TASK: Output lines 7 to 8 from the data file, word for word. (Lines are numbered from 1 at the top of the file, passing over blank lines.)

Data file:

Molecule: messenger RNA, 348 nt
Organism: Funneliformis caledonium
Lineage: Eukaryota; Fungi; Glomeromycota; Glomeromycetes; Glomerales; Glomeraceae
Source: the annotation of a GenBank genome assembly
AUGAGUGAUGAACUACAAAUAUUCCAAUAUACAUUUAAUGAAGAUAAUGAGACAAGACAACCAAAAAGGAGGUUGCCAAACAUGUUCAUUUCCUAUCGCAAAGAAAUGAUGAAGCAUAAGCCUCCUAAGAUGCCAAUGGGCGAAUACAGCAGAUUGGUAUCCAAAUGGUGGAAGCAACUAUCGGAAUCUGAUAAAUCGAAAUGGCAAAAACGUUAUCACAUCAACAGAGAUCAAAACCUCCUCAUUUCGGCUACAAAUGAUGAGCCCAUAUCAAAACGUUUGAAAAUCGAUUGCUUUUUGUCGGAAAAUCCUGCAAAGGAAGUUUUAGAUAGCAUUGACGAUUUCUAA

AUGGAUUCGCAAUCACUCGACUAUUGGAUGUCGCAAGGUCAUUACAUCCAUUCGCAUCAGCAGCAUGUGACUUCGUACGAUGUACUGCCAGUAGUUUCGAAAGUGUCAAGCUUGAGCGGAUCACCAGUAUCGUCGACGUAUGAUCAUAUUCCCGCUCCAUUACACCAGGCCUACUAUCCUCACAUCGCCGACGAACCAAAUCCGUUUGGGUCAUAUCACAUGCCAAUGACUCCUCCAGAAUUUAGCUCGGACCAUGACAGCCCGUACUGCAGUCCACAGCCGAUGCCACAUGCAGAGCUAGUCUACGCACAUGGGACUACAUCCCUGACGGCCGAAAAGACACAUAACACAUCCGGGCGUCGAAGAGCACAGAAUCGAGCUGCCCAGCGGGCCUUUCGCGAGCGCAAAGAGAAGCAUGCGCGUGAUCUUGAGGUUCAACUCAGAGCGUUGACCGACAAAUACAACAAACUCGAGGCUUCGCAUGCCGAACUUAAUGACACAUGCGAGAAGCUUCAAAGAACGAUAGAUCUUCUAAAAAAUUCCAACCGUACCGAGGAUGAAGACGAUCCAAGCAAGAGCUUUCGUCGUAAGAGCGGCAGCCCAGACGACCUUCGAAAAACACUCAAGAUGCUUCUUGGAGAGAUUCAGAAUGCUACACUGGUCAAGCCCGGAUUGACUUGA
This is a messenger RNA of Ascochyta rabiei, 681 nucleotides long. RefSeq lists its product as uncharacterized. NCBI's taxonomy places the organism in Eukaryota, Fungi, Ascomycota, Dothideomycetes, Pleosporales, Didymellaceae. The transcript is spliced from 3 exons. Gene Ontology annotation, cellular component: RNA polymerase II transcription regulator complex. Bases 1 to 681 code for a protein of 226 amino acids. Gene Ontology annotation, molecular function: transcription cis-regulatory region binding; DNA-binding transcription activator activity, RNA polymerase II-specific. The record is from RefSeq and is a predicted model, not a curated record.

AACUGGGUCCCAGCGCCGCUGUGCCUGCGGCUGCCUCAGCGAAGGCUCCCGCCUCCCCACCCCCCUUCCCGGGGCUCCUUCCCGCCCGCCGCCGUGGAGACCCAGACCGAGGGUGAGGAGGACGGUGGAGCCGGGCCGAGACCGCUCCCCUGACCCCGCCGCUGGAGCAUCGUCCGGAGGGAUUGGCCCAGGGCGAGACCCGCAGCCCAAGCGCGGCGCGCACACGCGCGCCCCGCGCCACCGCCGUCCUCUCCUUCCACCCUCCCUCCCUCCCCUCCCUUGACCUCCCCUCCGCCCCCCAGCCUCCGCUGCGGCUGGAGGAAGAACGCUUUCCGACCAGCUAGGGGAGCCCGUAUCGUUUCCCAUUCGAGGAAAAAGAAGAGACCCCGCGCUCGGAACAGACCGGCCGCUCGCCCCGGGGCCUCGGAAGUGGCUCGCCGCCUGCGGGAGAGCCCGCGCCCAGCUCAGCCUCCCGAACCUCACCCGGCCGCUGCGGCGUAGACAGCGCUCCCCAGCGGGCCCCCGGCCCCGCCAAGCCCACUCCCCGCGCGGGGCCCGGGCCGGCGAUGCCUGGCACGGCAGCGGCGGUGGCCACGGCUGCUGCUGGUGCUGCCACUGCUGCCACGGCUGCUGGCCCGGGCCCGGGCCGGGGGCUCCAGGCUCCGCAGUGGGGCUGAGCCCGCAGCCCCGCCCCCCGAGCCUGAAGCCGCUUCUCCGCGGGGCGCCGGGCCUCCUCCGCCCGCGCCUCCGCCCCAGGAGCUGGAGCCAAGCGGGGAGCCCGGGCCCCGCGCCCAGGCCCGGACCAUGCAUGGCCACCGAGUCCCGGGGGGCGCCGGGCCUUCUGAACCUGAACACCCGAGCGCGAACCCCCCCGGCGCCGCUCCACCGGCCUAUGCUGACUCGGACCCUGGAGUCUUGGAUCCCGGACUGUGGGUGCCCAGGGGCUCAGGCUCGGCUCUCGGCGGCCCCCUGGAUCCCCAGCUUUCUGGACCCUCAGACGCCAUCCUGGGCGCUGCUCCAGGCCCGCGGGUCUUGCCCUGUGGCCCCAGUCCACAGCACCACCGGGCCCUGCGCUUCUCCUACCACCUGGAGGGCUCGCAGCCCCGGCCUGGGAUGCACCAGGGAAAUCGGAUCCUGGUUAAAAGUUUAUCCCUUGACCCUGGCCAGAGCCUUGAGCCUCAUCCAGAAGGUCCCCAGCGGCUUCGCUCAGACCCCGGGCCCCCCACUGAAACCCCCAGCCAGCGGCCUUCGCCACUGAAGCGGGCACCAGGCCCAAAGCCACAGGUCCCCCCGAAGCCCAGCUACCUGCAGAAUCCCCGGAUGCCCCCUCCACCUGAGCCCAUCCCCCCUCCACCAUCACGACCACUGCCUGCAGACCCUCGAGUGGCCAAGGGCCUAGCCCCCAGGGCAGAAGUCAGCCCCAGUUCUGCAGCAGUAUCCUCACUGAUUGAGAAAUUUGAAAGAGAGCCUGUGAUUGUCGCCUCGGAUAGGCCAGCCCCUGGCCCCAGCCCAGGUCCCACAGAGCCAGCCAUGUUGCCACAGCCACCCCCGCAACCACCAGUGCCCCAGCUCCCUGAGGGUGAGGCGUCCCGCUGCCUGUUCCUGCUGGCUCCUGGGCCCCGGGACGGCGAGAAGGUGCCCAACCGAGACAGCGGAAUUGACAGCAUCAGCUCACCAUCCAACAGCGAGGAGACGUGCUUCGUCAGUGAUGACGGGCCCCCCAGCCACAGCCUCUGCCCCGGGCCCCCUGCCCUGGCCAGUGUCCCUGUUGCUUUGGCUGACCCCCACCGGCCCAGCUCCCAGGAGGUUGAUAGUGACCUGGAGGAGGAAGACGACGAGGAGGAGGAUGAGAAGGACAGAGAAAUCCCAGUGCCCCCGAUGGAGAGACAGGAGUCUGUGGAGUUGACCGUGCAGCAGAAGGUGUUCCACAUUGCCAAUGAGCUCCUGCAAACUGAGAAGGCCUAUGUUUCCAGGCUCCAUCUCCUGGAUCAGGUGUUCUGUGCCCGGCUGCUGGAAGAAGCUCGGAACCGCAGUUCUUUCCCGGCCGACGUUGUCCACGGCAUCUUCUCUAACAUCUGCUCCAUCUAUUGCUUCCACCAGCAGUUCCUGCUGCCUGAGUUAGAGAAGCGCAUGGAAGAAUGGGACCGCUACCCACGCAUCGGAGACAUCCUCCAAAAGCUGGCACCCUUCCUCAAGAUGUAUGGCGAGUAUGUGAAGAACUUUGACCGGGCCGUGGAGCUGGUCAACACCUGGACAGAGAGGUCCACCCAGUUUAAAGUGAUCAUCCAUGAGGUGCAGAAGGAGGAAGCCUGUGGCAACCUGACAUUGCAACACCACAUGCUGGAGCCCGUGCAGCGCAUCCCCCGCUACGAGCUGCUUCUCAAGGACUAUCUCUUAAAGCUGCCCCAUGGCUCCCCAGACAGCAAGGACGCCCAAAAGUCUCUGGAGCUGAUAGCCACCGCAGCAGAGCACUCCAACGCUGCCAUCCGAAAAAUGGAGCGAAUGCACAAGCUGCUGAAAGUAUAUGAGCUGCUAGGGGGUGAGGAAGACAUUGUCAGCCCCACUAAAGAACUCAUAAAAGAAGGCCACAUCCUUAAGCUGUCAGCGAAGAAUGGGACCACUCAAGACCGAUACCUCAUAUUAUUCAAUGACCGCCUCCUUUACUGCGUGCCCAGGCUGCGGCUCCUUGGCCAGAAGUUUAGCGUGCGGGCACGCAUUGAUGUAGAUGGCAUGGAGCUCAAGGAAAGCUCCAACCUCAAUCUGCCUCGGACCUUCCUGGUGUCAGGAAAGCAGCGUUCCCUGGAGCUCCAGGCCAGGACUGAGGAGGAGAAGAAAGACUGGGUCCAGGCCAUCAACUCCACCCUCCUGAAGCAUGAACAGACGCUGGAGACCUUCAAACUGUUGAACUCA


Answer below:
This is a messenger RNA of Ascochyta rabiei, 681 nucleotides long. RefSeq lists its product as uncharacterized. NCBI's taxonomy places the organism in Eukaryota, Fungi, Ascomycota, Dothideomycetes, Pleosporales, Didymellaceae. The transcript is spliced from 3 exons. Gene Ontology annotation, cellular component: RNA polymerase II transcription regulator complex. Bases 1 to 681 code for a protein of 226 amino acids. Gene Ontology annotation, molecular function: transcription cis-regulatory region binding; DNA-binding transcription activator activity, RNA polymerase II-specific. The record is from RefSeq and is a predicted model, not a curated record.

AACUGGGUCCCAGCGCCGCUGUGCCUGCGGCUGCCUCAGCGAAGGCUCCCGCCUCCCCACCCCCCUUCCCGGGGCUCCUUCCCGCCCGCCGCCGUGGAGACCCAGACCGAGGGUGAGGAGGACGGUGGAGCCGGGCCGAGACCGCUCCCCUGACCCCGCCGCUGGAGCAUCGUCCGGAGGGAUUGGCCCAGGGCGAGACCCGCAGCCCAAGCGCGGCGCGCACACGCGCGCCCCGCGCCACCGCCGUCCUCUCCUUCCACCCUCCCUCCCUCCCCUCCCUUGACCUCCCCUCCGCCCCCCAGCCUCCGCUGCGGCUGGAGGAAGAACGCUUUCCGACCAGCUAGGGGAGCCCGUAUCGUUUCCCAUUCGAGGAAAAAGAAGAGACCCCGCGCUCGGAACAGACCGGCCGCUCGCCCCGGGGCCUCGGAAGUGGCUCGCCGCCUGCGGGAGAGCCCGCGCCCAGCUCAGCCUCCCGAACCUCACCCGGCCGCUGCGGCGUAGACAGCGCUCCCCAGCGGGCCCCCGGCCCCGCCAAGCCCACUCCCCGCGCGGGGCCCGGGCCGGCGAUGCCUGGCACGGCAGCGGCGGUGGCCACGGCUGCUGCUGGUGCUGCCACUGCUGCCACGGCUGCUGGCCCGGGCCCGGGCCGGGGGCUCCAGGCUCCGCAGUGGGGCUGAGCCCGCAGCCCCGCCCCCCGAGCCUGAAGCCGCUUCUCCGCGGGGCGCCGGGCCUCCUCCGCCCGCGCCUCCGCCCCAGGAGCUGGAGCCAAGCGGGGAGCCCGGGCCCCGCGCCCAGGCCCGGACCAUGCAUGGCCACCGAGUCCCGGGGGGCGCCGGGCCUUCUGAACCUGAACACCCGAGCGCGAACCCCCCCGGCGCCGCUCCACCGGCCUAUGCUGACUCGGACCCUGGAGUCUUGGAUCCCGGACUGUGGGUGCCCAGGGGCUCAGGCUCGGCUCUCGGCGGCCCCCUGGAUCCCCAGCUUUCUGGACCCUCAGACGCCAUCCUGGGCGCUGCUCCAGGCCCGCGGGUCUUGCCCUGUGGCCCCAGUCCACAGCACCACCGGGCCCUGCGCUUCUCCUACCACCUGGAGGGCUCGCAGCCCCGGCCUGGGAUGCACCAGGGAAAUCGGAUCCUGGUUAAAAGUUUAUCCCUUGACCCUGGCCAGAGCCUUGAGCCUCAUCCAGAAGGUCCCCAGCGGCUUCGCUCAGACCCCGGGCCCCCCACUGAAACCCCCAGCCAGCGGCCUUCGCCACUGAAGCGGGCACCAGGCCCAAAGCCACAGGUCCCCCCGAAGCCCAGCUACCUGCAGAAUCCCCGGAUGCCCCCUCCACCUGAGCCCAUCCCCCCUCCACCAUCACGACCACUGCCUGCAGACCCUCGAGUGGCCAAGGGCCUAGCCCCCAGGGCAGAAGUCAGCCCCAGUUCUGCAGCAGUAUCCUCACUGAUUGAGAAAUUUGAAAGAGAGCCUGUGAUUGUCGCCUCGGAUAGGCCAGCCCCUGGCCCCAGCCCAGGUCCCACAGAGCCAGCCAUGUUGCCACAGCCACCCCCGCAACCACCAGUGCCCCAGCUCCCUGAGGGUGAGGCGUCCCGCUGCCUGUUCCUGCUGGCUCCUGGGCCCCGGGACGGCGAGAAGGUGCCCAACCGAGACAGCGGAAUUGACAGCAUCAGCUCACCAUCCAACAGCGAGGAGACGUGCUUCGUCAGUGAUGACGGGCCCCCCAGCCACAGCCUCUGCCCCGGGCCCCCUGCCCUGGCCAGUGUCCCUGUUGCUUUGGCUGACCCCCACCGGCCCAGCUCCCAGGAGGUUGAUAGUGACCUGGAGGAGGAAGACGACGAGGAGGAGGAUGAGAAGGACAGAGAAAUCCCAGUGCCCCCGAUGGAGAGACAGGAGUCUGUGGAGUUGACCGUGCAGCAGAAGGUGUUCCACAUUGCCAAUGAGCUCCUGCAAACUGAGAAGGCCUAUGUUUCCAGGCUCCAUCUCCUGGAUCAGGUGUUCUGUGCCCGGCUGCUGGAAGAAGCUCGGAACCGCAGUUCUUUCCCGGCCGACGUUGUCCACGGCAUCUUCUCUAACAUCUGCUCCAUCUAUUGCUUCCACCAGCAGUUCCUGCUGCCUGAGUUAGAGAAGCGCAUGGAAGAAUGGGACCGCUACCCACGCAUCGGAGACAUCCUCCAAAAGCUGGCACCCUUCCUCAAGAUGUAUGGCGAGUAUGUGAAGAACUUUGACCGGGCCGUGGAGCUGGUCAACACCUGGACAGAGAGGUCCACCCAGUUUAAAGUGAUCAUCCAUGAGGUGCAGAAGGAGGAAGCCUGUGGCAACCUGACAUUGCAACACCACAUGCUGGAGCCCGUGCAGCGCAUCCCCCGCUACGAGCUGCUUCUCAAGGACUAUCUCUUAAAGCUGCCCCAUGGCUCCCCAGACAGCAAGGACGCCCAAAAGUCUCUGGAGCUGAUAGCCACCGCAGCAGAGCACUCCAACGCUGCCAUCCGAAAAAUGGAGCGAAUGCACAAGCUGCUGAAAGUAUAUGAGCUGCUAGGGGGUGAGGAAGACAUUGUCAGCCCCACUAAAGAACUCAUAAAAGAAGGCCACAUCCUUAAGCUGUCAGCGAAGAAUGGGACCACUCAAGACCGAUACCUCAUAUUAUUCAAUGACCGCCUCCUUUACUGCGUGCCCAGGCUGCGGCUCCUUGGCCAGAAGUUUAGCGUGCGGGCACGCAUUGAUGUAGAUGGCAUGGAGCUCAAGGAAAGCUCCAACCUCAAUCUGCCUCGGACCUUCCUGGUGUCAGGAAAGCAGCGUUCCCUGGAGCUCCAGGCCAGGACUGAGGAGGAGAAGAAAGACUGGGUCCAGGCCAUCAACUCCACCCUCCUGAAGCAUGAACAGACGCUGGAGACCUUCAAACUGUUGAACUCA